Ten days remain before Catalonia decides fundamentally the direction of travel for the region – unity with the rest of Spain, or more probably, a path leading towards further confrontation with the Madrid government and the creation of a new state.
Here are some thoughts on how the campaign and debate are developing:
- Madrid is ramping up the rhetoric on an international scale to demonstrate how isolated an independent Catalonia could be. Comments from the leaders of Germany, Britain, and latterly US President Barack Obama that have unanimously called for unity in Spain, and to obey the rule of law, have been used endlessly to ring alarm bells. Do these ‘voices’ have any currency in a campaign which has been dominated by a vibrant debate from within Spain?
- Investor concern is rising in Spain with the constant war of words between Madrid and Barcelona. Important to note it is as much to do with the December national elections, which has the ruling PP party and Socialist PSOE opposition on a knife-edge in polls. A majority for any party is not on the cards for the moment, hence the uncertainty.
- The momentum seems to be gathering with pro-independence Junts Pel Sí nearing a majority – maybe even without the help of other parties to get over the line. Polls in the coming days will judge further this consolidation.
- Junts Pel Sí assured anti-independence candidates of the economic viability of an independent Catalonia. However on Friday, some of Spain’s biggest banks, including Caixabank, Santander, BBVA and Sabadell, questioned their presence in Catalonia in the event of independence. They warned of financial risks in the event of victory for Junts Pel Sí. The economic influence is undoubtedly significant, but hardly new.
- Television debates prove to be very different affairs to their British or American equivalents. A more measured discussion which overtly avoids sound bites or grand gestures, one in which candidates themselves dictate the direction of the debate. It is comparatively less superficial and lacking in hype, though with so many candidates, hours of discussion can be difficult to get into. One commentator called last night’s televised debate “impossible”. I highly doubt for the most part that they sway any voting intention.
- Sometimes accused of being unintentionally pro-independence, Catalan state broadcaster TV3 has been ordered by a Spanish election board to give coverage to anti-independence parties on Sunday, given the extensive coverage of the region’s national day which was dominated by pro-independence demonstrations organised at the grassroots. Social media has rallied against this ruling with a television boycott.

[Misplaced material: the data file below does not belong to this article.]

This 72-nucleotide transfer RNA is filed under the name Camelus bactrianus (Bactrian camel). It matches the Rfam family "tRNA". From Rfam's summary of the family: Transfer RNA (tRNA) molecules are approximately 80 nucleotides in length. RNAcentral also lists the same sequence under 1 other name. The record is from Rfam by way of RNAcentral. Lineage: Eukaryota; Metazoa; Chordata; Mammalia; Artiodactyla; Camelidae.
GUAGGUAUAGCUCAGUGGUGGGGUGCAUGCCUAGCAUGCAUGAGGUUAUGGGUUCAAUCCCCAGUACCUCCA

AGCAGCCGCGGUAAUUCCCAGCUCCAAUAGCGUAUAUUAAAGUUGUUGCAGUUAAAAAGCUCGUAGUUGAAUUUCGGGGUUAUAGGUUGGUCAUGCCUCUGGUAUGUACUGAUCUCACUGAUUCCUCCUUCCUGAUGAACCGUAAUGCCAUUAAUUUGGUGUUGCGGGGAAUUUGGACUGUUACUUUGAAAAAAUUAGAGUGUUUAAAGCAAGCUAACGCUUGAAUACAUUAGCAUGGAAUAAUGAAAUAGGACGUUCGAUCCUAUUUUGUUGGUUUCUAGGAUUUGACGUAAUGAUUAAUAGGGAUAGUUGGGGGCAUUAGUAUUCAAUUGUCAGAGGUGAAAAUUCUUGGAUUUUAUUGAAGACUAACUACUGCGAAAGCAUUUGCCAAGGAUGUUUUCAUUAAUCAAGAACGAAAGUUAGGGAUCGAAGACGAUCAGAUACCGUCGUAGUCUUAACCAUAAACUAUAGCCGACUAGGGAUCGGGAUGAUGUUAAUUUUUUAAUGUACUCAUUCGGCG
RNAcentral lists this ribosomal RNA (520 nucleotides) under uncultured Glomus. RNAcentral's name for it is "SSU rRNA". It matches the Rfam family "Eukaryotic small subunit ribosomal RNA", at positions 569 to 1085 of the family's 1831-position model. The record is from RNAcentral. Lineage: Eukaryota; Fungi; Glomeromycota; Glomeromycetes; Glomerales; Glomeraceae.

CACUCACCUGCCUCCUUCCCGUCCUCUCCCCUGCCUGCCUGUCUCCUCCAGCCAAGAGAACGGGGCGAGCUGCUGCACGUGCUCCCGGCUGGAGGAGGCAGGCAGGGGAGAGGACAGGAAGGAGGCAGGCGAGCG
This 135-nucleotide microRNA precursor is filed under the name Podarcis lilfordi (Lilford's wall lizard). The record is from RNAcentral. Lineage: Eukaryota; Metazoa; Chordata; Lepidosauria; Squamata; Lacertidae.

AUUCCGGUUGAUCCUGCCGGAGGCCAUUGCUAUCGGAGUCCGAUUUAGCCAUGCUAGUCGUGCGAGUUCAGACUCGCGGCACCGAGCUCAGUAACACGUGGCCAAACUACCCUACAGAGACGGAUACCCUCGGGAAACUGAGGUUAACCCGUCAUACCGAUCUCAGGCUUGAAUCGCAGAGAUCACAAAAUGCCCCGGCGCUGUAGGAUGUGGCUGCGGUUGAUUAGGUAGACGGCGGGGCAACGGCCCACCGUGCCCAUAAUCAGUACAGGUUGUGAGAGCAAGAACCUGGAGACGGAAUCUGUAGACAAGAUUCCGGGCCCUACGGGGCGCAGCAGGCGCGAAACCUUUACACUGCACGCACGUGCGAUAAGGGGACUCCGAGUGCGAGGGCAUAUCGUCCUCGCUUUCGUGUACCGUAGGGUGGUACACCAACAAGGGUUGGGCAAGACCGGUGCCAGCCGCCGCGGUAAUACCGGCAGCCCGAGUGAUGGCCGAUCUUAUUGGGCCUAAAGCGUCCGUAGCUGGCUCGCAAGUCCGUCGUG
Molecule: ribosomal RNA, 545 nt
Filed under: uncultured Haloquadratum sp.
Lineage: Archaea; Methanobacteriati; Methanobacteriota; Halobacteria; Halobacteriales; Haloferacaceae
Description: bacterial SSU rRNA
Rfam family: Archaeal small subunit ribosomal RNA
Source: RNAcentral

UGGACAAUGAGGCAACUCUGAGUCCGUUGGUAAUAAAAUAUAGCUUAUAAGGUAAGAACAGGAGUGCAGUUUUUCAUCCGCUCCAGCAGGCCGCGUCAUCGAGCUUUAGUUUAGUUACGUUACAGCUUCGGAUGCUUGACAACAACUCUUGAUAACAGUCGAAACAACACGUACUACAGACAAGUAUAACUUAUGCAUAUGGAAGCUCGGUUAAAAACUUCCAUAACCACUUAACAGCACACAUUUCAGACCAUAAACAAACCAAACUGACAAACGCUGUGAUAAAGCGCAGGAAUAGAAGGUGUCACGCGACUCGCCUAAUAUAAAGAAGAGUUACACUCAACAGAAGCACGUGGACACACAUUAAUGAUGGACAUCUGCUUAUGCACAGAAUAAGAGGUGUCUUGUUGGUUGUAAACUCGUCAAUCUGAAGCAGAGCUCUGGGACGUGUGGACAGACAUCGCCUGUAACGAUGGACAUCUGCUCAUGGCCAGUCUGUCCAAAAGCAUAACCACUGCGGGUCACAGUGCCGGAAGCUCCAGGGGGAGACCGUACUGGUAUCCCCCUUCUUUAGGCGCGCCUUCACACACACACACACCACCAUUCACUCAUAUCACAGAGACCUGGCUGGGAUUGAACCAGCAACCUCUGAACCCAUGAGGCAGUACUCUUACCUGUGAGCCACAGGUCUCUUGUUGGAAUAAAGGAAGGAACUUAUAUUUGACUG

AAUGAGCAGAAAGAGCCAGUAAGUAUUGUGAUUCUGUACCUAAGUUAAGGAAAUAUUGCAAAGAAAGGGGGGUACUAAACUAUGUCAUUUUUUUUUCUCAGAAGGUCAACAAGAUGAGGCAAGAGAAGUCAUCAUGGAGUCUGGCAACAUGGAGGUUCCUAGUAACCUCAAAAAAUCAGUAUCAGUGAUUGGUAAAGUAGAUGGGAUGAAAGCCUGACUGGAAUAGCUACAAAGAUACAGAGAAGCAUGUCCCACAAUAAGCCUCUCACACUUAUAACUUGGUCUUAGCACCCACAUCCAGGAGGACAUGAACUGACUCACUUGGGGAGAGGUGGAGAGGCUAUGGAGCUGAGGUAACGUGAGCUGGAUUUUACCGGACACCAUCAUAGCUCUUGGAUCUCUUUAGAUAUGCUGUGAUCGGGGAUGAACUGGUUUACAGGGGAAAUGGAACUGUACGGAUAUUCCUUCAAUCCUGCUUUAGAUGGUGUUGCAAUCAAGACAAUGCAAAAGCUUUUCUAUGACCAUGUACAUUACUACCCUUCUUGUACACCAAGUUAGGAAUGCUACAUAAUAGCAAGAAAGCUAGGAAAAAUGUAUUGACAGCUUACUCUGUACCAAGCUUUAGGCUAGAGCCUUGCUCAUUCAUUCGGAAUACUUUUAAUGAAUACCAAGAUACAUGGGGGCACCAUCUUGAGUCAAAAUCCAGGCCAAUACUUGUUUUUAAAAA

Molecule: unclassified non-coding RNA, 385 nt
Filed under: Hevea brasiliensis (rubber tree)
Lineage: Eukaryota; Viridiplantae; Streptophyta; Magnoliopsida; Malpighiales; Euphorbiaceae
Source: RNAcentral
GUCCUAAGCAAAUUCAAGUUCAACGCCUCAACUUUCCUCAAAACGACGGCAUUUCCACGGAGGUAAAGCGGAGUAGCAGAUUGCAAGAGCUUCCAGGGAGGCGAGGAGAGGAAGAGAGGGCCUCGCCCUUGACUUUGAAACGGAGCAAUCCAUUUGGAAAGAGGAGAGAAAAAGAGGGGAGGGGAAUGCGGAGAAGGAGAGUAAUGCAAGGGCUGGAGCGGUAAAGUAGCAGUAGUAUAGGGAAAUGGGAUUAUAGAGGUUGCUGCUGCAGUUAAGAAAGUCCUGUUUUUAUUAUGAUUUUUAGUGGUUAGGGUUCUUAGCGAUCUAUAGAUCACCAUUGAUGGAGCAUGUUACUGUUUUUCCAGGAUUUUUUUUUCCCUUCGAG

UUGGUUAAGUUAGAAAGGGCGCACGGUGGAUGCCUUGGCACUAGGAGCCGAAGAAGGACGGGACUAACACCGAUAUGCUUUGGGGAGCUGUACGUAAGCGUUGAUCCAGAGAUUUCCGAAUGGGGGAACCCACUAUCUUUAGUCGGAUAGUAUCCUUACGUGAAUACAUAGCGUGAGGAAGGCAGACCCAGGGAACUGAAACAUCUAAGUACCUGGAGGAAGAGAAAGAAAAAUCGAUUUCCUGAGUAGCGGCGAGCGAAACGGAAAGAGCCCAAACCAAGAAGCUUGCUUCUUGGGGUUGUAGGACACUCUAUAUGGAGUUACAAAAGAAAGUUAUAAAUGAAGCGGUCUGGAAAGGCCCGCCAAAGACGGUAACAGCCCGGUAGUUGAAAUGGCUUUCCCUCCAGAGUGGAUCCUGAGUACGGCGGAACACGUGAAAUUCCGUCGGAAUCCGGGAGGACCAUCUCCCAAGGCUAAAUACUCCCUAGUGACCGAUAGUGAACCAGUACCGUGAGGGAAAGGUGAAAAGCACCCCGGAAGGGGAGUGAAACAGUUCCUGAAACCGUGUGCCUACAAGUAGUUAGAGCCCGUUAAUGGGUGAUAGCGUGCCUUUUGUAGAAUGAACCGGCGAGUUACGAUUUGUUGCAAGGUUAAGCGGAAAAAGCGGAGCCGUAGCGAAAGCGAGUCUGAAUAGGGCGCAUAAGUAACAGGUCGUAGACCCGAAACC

- With the Catalan language dominant in the region’s media, is this in any way preventing a wider debate with non-Catalan speakers, even if the language is intelligible for most? President Mas pledged to protect the rights of Spanish speakers, as his coalition bloc has lately been fielding for more support among non-Catalan speakers. An interesting thought.
- One year on since the Scottish independence vote produced a ‘no’ decision with 55% against the break-up of the UK, there have been reports that the Scottish National Party are considering a second referendum on independence in its 2016 election manifesto. This in light of the party’s massive mandate delivered in May’s general election, which virtually wiped out Labour in Scotland. A risky move on either side of the debate, as one study shows a 51:49 split, the slim majority against independence. Events in Scotland were keenly followed in Catalonia. Will the Catalan election reignite the debate with their Scottish counterparts?
- The debate balances on the real – the current – and the hypothetical – the future. The anti-independence Ciudadanos candidate said that realistic solutions are needed, not science fiction. It is the inevitable difficulty for the pro-independence that they are arguing about an as-yet non-existent state, which brings either hope or disaster. It is the voter’s decision to judge possibility and probability where answers are often rhetorics or conjecture.
- The question over the status of an independent Catalonia in or out of the European Union is one which will not go away. You could accuse Junts Pel Sí of complacency in as much as you could accuse their opponents of scaremongering. An important thing in all this – there is no precedent in the European Union history books, and thus far no voices from the European Union that have yet said that Catalonia would remain in the EU. The fact that the issue is so widely debated points to no one clear conclusion.
- The European Commission affirmed it wouldn’t influence the Catalan elections and would be prepared to negotiate with democratically-elected parties.
- Ciudadanos is campaigning on the unity of local issues – health, education, corruption, unemployment – that affect all Catalans. They are lone voices in a debate dominated by the existential in/out question. What role will everyday issues play in people’s minds?
More than a quarter of voters remain undecided. How long this significant chunk of the electorate has left to make such an historically significant decision is running out, as the intensity and brutality of the campaign increases.